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Nine Network, major Australian broadcaster, hit with massive cyberattack

The attack, which may have originated from Russia or North Korea, knocked Nine Network off the air over the weekend.

The attack, which may have originated from Russia or North Korea, knocked Nine Network off the air over the weekend.

An Australian television network has requested technical and investigatory assistance from the country’s federal government after the media company was afflicted by a massive cyberattack over the weekend.

The attack forced the Nine Network to suspend its morning news program and brought news production to a halt for more than 24 hours, according to a report on the broadcaster’s website.

The network typically broadcasts its news and other programming out of Sydney, Australia’s most-populated city, but it was forced to shift production to Melbourne and Canberra while the company’s technology teams worked to contain the attack.

It took technology specialists at Nine Network more than two days to contain and isolate the attack in a way that would allow them to bring their systems back online.

“Our focus in the first 24 hours was on containment, and we are confident our technology teams have isolated the attacker and the specific destructive activity that was initiated,” Damian Cronan, Nine Network’s chief technologist, said in a statement.

The attack was unusual in that it appeared to employ ransomware — a computer virus that holds a system and its files hostage until the owner of the device or network makes a payment to the attacker — but the attackers never demanded a ransom.

A cybersecurity expert who spoke with the television network said that the lack of ransom indicated the attack may have been directed by or originated from a foreign state, possibly Russia or North Korea.

“If you didn’t get asked to pay a ransom, you may be looking at other actors, including state actors,” security expert Fergus Hanson told a reporter with Nine Network’s breakfast news program “Today.”

Adding fuel to that speculation is Nine Network’s recent airing of news segments that were highly critical of foreign leaders. Among the segments was an in-depth piece on North Korean leader Kim Jong-un that aired on “60 Minutes,” an Australian franchise of the American news magazine program; before that segment aired, a news anchor described North Korea as a “petulant child” that “throws tantrums” when “it doesn’t get its way.”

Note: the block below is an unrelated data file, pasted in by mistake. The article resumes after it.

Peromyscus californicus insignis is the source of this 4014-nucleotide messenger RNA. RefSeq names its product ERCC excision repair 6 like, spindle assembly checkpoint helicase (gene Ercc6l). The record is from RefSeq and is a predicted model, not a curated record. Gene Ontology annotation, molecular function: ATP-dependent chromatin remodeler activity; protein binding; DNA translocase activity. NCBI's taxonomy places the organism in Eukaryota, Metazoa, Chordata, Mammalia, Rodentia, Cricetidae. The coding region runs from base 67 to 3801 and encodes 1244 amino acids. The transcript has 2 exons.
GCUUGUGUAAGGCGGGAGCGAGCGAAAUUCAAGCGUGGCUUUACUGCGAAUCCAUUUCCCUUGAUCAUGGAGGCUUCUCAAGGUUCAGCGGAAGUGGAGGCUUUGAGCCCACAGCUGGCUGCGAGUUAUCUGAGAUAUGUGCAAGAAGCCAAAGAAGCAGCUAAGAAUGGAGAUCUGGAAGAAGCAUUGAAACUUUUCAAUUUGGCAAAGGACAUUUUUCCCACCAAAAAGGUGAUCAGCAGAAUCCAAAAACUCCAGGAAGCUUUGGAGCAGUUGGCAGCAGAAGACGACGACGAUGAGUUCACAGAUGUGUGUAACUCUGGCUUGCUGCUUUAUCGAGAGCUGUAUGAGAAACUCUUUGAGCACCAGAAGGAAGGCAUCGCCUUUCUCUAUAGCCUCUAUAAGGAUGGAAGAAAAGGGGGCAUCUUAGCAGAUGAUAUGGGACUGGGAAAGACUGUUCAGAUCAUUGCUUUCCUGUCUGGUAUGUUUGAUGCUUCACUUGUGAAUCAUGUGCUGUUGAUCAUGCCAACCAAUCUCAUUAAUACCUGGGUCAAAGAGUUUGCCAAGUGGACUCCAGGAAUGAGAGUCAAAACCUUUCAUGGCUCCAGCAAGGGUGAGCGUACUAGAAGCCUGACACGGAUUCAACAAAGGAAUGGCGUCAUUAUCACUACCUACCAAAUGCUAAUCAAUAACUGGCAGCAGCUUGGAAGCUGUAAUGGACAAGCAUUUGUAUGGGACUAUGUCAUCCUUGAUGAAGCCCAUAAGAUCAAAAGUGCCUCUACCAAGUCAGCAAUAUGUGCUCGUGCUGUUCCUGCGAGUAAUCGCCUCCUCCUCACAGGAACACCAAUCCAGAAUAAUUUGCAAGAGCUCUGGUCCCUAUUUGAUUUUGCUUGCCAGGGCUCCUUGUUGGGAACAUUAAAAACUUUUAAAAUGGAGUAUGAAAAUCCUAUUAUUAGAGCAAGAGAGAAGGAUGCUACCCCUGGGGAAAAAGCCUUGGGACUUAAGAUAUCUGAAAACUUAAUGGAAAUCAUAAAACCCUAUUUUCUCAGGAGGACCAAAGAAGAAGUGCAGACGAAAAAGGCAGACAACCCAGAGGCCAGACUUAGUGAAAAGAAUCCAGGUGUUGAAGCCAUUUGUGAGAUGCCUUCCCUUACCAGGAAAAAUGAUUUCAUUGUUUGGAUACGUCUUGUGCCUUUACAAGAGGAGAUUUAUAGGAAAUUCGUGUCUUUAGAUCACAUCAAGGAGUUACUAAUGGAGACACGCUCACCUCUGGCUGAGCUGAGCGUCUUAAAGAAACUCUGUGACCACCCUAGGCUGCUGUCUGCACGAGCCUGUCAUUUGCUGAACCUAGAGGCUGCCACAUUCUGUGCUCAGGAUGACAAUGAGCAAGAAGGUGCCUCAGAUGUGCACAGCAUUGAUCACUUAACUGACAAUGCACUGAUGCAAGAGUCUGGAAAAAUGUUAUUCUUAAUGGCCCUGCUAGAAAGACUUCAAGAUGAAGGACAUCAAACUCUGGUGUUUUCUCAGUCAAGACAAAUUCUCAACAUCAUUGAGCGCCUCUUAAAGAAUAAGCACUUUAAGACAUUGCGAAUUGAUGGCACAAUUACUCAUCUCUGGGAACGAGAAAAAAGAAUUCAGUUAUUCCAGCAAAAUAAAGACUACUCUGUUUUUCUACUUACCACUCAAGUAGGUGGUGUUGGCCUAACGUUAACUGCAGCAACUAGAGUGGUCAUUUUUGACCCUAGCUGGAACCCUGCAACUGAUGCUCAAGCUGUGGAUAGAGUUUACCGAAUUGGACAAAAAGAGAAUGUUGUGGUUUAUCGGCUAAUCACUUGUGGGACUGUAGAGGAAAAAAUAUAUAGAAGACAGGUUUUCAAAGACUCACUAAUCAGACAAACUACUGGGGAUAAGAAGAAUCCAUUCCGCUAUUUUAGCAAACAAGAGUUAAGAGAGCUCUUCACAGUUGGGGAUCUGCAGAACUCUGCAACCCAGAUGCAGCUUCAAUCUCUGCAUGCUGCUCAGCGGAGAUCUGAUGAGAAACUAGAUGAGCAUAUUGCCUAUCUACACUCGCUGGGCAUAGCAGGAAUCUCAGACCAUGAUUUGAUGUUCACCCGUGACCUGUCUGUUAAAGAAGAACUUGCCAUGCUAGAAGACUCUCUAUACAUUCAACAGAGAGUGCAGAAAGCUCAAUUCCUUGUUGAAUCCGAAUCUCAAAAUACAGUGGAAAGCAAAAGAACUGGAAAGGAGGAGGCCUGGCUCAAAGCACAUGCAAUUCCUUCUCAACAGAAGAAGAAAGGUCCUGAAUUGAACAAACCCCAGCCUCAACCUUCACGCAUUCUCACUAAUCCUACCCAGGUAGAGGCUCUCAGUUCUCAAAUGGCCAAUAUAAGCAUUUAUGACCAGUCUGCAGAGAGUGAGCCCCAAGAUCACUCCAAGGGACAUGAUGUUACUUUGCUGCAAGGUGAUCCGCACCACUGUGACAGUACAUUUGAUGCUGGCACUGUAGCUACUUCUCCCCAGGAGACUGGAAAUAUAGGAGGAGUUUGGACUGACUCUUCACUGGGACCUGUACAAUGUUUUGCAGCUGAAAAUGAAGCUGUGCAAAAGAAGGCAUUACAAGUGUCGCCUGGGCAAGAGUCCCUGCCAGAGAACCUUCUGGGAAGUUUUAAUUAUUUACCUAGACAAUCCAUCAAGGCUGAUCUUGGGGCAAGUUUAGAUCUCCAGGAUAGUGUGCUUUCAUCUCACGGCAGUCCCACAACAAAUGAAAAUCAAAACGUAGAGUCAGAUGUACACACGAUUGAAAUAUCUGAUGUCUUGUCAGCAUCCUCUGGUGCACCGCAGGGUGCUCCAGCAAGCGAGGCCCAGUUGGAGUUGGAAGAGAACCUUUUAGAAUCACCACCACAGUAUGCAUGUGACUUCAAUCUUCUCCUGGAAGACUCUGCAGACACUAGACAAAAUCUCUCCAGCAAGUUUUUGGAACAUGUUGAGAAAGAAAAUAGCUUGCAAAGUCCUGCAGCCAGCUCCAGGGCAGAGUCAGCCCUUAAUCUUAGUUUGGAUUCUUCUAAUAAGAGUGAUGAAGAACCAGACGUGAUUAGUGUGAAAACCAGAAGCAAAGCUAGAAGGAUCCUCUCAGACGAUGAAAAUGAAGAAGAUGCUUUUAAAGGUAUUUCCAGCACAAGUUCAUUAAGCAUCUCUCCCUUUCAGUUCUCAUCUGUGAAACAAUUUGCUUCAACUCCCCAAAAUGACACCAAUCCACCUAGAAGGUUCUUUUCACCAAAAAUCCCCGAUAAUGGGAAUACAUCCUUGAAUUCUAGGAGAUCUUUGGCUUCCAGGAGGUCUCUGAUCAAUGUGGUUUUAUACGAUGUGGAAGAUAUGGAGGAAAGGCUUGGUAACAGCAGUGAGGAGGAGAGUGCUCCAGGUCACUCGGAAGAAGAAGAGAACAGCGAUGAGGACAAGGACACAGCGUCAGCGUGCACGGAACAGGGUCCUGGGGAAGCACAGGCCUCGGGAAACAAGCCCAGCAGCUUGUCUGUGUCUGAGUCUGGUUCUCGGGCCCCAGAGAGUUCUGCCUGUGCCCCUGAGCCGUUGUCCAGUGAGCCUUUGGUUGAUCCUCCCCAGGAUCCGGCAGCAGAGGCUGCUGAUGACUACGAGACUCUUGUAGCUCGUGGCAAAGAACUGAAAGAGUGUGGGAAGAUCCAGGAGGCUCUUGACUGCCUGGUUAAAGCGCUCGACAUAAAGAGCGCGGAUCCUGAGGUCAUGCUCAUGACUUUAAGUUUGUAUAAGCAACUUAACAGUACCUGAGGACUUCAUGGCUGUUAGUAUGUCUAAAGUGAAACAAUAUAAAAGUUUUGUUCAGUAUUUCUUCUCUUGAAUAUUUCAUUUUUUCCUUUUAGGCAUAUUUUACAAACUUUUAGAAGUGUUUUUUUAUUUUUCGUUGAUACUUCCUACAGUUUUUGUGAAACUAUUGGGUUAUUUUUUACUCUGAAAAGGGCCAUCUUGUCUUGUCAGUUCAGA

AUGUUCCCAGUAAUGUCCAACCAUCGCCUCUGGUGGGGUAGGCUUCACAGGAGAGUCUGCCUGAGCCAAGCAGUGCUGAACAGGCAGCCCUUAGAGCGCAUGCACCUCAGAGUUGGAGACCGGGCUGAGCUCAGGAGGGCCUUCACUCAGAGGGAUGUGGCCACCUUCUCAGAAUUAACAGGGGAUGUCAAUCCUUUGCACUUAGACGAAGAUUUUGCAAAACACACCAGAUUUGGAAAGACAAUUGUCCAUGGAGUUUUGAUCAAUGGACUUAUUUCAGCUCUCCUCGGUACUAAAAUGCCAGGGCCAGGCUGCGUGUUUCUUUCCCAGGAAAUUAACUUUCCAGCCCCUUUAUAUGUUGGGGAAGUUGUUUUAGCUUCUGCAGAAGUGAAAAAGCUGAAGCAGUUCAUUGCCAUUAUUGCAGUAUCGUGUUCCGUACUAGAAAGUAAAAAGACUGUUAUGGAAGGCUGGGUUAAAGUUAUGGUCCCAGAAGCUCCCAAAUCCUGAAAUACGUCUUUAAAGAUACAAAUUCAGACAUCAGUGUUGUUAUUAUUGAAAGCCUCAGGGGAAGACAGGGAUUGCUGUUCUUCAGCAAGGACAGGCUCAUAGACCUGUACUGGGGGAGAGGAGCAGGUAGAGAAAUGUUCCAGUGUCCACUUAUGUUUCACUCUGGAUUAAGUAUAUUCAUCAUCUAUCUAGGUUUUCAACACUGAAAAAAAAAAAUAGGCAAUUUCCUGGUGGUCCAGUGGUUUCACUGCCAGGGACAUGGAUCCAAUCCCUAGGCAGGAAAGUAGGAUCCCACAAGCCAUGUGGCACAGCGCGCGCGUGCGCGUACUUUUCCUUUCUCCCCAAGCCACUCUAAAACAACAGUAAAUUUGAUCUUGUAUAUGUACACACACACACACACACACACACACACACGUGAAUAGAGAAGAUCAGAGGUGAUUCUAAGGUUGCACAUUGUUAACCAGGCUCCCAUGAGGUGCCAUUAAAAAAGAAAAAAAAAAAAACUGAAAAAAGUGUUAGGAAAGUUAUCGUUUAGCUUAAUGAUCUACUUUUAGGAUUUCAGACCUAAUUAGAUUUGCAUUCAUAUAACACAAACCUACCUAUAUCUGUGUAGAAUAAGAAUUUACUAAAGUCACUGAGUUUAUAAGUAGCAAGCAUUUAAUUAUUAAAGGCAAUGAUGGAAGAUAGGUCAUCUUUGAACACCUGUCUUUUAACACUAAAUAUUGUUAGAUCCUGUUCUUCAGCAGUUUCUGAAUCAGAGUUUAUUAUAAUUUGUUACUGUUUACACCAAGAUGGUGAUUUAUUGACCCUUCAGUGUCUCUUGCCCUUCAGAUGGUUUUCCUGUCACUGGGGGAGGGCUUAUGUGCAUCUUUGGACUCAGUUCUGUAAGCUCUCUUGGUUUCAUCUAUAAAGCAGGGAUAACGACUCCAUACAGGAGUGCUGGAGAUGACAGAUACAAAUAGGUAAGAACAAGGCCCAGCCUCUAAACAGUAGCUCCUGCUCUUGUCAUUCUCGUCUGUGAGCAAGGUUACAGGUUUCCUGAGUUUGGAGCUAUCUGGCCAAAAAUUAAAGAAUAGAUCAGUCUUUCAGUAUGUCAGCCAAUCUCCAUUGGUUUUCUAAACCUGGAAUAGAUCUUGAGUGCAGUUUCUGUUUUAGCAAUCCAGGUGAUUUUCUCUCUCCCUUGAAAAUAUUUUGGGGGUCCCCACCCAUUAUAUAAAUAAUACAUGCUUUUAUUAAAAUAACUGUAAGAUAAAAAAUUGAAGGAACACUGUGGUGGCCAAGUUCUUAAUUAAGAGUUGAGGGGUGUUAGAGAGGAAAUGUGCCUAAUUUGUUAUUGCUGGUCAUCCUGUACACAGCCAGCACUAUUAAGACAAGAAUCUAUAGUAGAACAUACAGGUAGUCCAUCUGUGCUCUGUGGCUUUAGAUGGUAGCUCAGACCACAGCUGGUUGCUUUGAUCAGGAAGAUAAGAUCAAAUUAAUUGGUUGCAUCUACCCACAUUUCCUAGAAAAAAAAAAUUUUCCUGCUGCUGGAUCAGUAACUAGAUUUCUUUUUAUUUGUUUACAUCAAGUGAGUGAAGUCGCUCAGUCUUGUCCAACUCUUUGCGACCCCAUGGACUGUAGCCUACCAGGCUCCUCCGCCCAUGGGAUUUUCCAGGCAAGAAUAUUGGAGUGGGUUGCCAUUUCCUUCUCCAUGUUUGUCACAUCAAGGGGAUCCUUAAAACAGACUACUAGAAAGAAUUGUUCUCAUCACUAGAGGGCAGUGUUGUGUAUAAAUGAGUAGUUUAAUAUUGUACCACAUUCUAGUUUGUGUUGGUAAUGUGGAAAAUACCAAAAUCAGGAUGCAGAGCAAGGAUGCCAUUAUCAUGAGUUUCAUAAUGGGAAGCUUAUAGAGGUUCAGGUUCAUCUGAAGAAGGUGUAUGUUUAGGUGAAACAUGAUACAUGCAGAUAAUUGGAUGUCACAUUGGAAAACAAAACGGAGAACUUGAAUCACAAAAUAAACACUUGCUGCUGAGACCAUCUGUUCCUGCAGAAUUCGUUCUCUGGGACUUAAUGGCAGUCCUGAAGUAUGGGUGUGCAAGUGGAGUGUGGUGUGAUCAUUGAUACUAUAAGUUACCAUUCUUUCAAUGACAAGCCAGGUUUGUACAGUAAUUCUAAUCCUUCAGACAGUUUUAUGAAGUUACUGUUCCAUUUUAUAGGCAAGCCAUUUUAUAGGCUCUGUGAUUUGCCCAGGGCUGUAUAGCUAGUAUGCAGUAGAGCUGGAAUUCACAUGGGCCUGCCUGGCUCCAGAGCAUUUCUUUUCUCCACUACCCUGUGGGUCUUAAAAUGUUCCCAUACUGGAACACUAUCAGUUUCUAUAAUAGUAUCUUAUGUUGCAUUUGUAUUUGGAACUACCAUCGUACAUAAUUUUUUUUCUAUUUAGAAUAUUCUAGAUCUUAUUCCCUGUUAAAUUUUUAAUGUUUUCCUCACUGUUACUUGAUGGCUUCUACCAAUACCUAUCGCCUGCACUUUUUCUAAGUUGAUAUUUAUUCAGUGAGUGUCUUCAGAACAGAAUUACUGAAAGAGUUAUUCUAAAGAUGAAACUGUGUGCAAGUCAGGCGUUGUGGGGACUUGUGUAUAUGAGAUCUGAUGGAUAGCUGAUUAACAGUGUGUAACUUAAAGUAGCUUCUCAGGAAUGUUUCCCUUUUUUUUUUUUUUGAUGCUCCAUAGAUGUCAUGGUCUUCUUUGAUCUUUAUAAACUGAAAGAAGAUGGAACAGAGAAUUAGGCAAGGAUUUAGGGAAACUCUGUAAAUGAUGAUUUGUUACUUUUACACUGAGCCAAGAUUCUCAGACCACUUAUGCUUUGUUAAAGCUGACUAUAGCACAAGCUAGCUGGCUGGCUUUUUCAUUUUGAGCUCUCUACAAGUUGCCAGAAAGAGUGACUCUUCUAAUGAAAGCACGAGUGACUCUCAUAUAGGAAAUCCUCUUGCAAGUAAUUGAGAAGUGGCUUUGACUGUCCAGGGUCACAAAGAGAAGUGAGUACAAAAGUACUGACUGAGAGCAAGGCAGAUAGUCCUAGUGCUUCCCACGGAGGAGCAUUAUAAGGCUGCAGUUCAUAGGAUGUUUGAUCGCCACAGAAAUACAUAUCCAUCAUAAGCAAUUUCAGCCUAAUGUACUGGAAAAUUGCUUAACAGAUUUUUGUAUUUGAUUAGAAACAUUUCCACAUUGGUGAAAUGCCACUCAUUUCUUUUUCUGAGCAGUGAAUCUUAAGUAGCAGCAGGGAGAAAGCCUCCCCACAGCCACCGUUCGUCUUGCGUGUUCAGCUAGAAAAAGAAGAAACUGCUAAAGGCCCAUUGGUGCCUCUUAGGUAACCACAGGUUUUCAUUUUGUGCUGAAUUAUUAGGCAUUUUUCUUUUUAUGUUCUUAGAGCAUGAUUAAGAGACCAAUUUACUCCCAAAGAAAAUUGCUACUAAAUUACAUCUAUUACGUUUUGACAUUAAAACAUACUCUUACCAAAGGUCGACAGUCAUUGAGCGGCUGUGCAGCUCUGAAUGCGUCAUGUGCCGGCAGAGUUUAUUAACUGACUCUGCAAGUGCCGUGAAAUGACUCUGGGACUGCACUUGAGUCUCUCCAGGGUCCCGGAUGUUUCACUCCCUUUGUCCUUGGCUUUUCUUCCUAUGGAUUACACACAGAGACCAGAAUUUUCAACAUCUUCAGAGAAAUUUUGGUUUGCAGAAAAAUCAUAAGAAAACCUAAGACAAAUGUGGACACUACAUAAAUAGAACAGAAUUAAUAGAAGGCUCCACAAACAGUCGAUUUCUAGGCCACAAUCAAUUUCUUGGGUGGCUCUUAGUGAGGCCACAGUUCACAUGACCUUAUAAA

The Nine Network is the highest-rated commercial television network in Australia. It competes against Network 10, which is owned by American media company ViacomCBS, as well as Seven Network and the non-commercial, government-funded Australian Broadcasting Corporation (ABC).

Michael Sneesby, the chief executive of Nine Network’s parent company Nine Entertainment Company, said the attack was “significant in scale, with high potential to disrupt our business.” And while some broadcast systems have been largely restored, the attack continues to cause problems within other parts of the company, including Nine Entertainment Company’s print and digital properties.

While technology experts continue to deal with the attack against Nine Network, members of Australia’s federal government are dealing with a separate attack of their own — one that appears to have compromise smartphones and tablets that had been issued to the country’s parliament workers.

A spokesperson for Australia’s Department of Parliamentary Services (DPS) said it was working to investigate the root of that attack.

“Some services on DPS-issued smartphones and tablets have been experiencing disruption over the weekend,” the spokesperson said. “DPS is working to resolve the issues, and some services have been restored.”

Andrew Hastie, Australia’s assistant minister for defense, said government officials were quick to recognize the cyberattack and act in its wake.

“The government acted quickly, and we have the best minds in the world working to ensure Australia remains the most secure place to operate online,” he said.

It was not clear as of Monday if the attack against the Australian government was related to the one against the Nine Network, nor was it known if government officials had agreed to investigate the attack against the broadcaster.

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About the Author:

Matthew Keys

Matthew Keys is the publisher of The Desk and reports on the business and policy matters involving the broadcast television, streaming video and radio industries. He previously worked for Thomson Reuters, Disney-ABC, Tribune Broadcasting and McNaughton Newspapers. Matthew is based in Northern California, has won numerous awards in the field of journalism, and is a member of IRE (Investigative Reporters and Editors).